Mooning like a Lunatic over the Moon.
Monday has become one of the most dreaded days of the week (take that Friday the 13th!). Why don’t blue Mondays occur once in a blue Moon? Good tides and tidings to our capricious, delicious satellite of green cheese (maybe a blue cheese gone off), as it dances about us in its own time.
There are a few competing theories as to the Moon’s origin. I find the giant impact hypothesis the most compelling. Essentially, about 4 billion years ago, a body collided with Earth, ejecting a huge mass from what is now the Pacific Ocean, which became our Moon. The colliding body has been named Theia.
Monday’s Moon, the second brightest object in the sky (provided you’re not in the flight path of a downed communication satellite) at the Full Moon. It has long been observed, well beyond history, civilization and humanity, by the beasties in the ocean, who come up to spawn when its at its brightest. Sad to say that we have fallen out of rhythm with the Moon, maybe because our calendar doesn’t follow it, maybe because we are surrounded by artificial lights which dim our view of the skies. Nevertheless, it is still a fundamental means for us to measure the passing of the days, and with theAbysmal Calendar, we’ll pay closer attention from here on out. Deal?
The Moon takes 27 d 7 h 43.1 min to orbit the Earth, and about 29.53 days to go through its phases from New to Full and back again. Because of its synchronous orbit with Earth, we only see the one side. The Dark Side of the Moon is an interesting phenomenon linked to the occult, and Pink Floyd. Also, because the Moon appears to be of similar size to the Sun from Earth, solar eclipses are possible.
The effect the Moon’s gravity has on tides is particularly important in terms of biological cycles. The tidal period is 12.4 hours, just a little more than half a day. Not that it matters. Fish don’t wear wristwatches.
So the Moon brings us Monday. Where did the O go? Maybe it got together with the N from Saturday. NO?
Cycles of the Moon
The 12.4-hour tidal period, the 29.53-day synodic period, the 19-year Metonic cycle, 76-year Callipic cycle and the 345-year Hipparchic cycle are the most important in terms of earthly and calendrical observation (less so with the Callipic & Hipparchic, but there they are).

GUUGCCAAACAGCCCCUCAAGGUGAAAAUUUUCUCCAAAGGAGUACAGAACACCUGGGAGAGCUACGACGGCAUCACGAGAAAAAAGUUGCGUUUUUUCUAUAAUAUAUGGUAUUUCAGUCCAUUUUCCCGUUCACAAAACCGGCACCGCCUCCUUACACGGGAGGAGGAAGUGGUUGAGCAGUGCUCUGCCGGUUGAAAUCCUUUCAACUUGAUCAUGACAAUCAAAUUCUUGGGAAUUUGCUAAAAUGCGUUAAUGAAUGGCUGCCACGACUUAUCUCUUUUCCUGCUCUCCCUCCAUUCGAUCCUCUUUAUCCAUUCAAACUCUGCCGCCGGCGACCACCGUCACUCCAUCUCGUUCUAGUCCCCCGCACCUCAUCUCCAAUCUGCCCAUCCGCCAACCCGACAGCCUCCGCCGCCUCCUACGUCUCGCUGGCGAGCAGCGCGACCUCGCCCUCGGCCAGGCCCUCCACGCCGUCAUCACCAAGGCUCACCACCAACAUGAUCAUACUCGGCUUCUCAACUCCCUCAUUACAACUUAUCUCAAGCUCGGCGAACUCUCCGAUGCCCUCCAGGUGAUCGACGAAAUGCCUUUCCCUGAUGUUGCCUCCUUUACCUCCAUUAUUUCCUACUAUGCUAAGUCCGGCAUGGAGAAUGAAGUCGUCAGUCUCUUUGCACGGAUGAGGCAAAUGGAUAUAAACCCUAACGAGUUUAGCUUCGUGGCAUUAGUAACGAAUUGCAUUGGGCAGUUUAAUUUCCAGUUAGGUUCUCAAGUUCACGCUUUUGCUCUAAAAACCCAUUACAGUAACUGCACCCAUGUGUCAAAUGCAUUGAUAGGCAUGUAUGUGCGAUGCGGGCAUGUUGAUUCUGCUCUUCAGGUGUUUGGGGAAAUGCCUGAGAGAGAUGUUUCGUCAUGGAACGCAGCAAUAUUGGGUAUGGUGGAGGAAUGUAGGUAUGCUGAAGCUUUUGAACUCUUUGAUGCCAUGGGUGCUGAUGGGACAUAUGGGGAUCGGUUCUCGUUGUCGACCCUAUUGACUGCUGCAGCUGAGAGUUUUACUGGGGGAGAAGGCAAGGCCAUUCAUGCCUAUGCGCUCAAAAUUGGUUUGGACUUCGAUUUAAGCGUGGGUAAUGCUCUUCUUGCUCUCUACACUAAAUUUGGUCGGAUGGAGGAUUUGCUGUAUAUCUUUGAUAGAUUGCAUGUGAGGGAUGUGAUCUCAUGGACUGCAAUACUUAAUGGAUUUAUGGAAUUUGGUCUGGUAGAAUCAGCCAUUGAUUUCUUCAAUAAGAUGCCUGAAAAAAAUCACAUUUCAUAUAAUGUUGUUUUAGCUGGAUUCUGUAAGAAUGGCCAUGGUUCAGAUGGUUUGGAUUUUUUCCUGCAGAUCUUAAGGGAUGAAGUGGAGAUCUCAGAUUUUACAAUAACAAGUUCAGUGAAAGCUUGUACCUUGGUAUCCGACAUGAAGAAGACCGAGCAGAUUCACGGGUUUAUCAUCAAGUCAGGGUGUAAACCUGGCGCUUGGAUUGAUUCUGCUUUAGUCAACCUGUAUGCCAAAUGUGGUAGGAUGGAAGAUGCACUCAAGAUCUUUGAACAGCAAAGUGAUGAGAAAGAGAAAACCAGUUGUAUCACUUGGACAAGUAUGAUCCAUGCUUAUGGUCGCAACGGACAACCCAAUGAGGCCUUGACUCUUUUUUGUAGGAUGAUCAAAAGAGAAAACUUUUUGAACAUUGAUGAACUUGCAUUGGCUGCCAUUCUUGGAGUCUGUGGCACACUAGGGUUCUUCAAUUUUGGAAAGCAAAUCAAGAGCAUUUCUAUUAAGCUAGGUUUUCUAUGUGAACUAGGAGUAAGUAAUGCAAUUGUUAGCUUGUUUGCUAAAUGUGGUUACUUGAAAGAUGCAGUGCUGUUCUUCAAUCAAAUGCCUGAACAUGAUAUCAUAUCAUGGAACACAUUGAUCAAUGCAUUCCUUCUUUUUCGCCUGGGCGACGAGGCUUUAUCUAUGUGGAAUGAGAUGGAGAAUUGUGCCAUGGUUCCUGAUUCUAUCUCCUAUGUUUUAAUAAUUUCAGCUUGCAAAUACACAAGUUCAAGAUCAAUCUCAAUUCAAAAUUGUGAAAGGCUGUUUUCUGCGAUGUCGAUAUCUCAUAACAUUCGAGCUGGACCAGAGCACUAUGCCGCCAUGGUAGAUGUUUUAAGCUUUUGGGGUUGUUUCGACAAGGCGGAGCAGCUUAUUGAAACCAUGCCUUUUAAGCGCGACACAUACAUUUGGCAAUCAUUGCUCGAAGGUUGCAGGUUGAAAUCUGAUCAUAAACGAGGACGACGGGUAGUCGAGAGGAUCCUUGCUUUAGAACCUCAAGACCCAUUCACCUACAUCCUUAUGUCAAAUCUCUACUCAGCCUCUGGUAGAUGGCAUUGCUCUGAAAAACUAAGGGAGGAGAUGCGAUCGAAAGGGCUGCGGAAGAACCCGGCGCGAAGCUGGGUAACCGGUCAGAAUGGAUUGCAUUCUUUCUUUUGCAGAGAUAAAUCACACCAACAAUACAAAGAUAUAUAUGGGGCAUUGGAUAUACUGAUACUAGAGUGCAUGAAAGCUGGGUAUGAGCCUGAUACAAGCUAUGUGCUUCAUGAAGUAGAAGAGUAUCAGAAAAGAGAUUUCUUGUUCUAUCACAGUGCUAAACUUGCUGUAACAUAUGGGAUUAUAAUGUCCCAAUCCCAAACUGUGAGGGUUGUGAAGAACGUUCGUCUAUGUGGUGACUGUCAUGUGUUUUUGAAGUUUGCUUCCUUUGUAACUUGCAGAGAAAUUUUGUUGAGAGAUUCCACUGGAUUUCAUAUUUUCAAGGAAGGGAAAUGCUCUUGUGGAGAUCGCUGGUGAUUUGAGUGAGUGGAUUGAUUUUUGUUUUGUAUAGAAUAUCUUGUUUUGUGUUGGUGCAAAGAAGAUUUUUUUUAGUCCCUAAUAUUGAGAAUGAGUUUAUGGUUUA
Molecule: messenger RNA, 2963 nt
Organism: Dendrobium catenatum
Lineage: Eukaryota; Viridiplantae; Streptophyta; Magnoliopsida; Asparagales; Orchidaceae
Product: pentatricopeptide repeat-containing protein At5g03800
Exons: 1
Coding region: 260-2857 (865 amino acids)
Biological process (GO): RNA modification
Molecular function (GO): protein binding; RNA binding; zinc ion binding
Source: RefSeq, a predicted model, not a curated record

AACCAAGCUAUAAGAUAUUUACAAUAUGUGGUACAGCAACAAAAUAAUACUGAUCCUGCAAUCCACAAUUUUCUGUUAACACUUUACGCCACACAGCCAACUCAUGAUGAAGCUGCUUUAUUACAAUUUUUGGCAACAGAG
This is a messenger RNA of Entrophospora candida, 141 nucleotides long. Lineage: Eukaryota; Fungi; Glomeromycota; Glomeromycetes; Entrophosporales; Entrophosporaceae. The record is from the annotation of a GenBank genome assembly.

The tides and lunar phases go without saying (unless you want to leave comments), however, the Metonic cycle is of interest, as it tries to find some means of tying the Day, the Lunation (Lunar Month) and the Year together. 19 years works out to be 235 Lunations or 6940 Days. The Lunations to Year isn’t quite exact, as it falls short by a few hours.
The Callipic cycle is a little more accurate. Callippus multiplied the Metonic cycle by 4, which brings the Years and Lunations closer: 76 Years, 940 Lunations, or 27,759 Days. Although, it isn’t any more accurate, depending on how you do the math. The Moon continues to frustrate these poor integer-seeking stargeezers.
Then our friend Hipparchus multiplied it by 4 yet again, and so we end up with: 304 years = 3760 lunations = 111035 days which is one day off from equal. That’s about as good as it gets in that respect. However, his cycle is properly: lunations (4267), anomalistic months (4573), years (345), and days (126007 + about 1 hour); it is also close to the number of draconic months (4630.53…), so it is an eclipse cycle.
Fortunately, theAbysmal Calendar doesn’t nearly this complicated, and besides, we’re talking about Weekdays here.
As with the Sun, there are numerous Lunar Deities. Too many to catalogue (well, for me it is, but fortunately, somebody else is on it). Often the deities or personification of the Moon is akin to the Sun, often siblings, sometimes parent-child.
Some of the more common Western deities, plus other widely recognized entities:
In many instances, the Moon is given a feminine persona, and the Sun a masculine one. This is not universal, and deities have been known to change their sex as it suits them.
As with the Sun, there are numerous stories that involve the Moon, so it is a challenge to narrow it down. The Moon is ever evasive.
What’s in a Name?
dies Lūnae, lunedì, segunda-feira, lunes, luni, lundi, luns, dilluns, llunes, lunis, Lunedi, Lundio, lundo, An Luan, Dé Luain, Di-Luain, dydd Llun, Dy’ Lun, Dilun, Jelune, E hënë, Mōnandæg, Mânetag, Montag, maandag, Moandei, mánadagr, mánadagur, mánudagur, mandag, måndag, maanantai, इन्दुवासरम्, सोमवार, සදුදා, सोमवार, সোমবার, پی, سوموار, ថ្ងៃចន្ទ, સોમવાર, ހޯމަ,திங்கட் கிழமை, సోమవారం, തിങ്കള്,ಸೋಮವಾರ, ວັນຈັນ, วันจันทร์, сумъяа, Soma, Coma, ਸੋਮਵਾਰ, 月曜日, 월요일, གཟའ་ཟླ་བ།, mánudagur, יום שני, feria secunda, Δευτέρα, Երկուշաբթի, (ngày) thứ hai, Isnin, يوم الإثنين, It-Tnejn, Senin, Senen, Senén, دوشنبه, pazartesi, ikinç kün, Damóo Biiskání, понедельник, Панядзелак, понедiлок, poniedziałek, pondelok, pondělí, pondělek, Ponedeljek, Ponedjeljak, Понедељак, понеделник, Pirmadienis, Pirmdiena, hétfő, esmaspäev, нэг дэх өдөр, Даваа, jumatatu, lur, astelehena, astelena
326 Days to Dec 21st 2012
- Moon Phases and Lunation Cycle (astrologyinhealth.wordpress.com)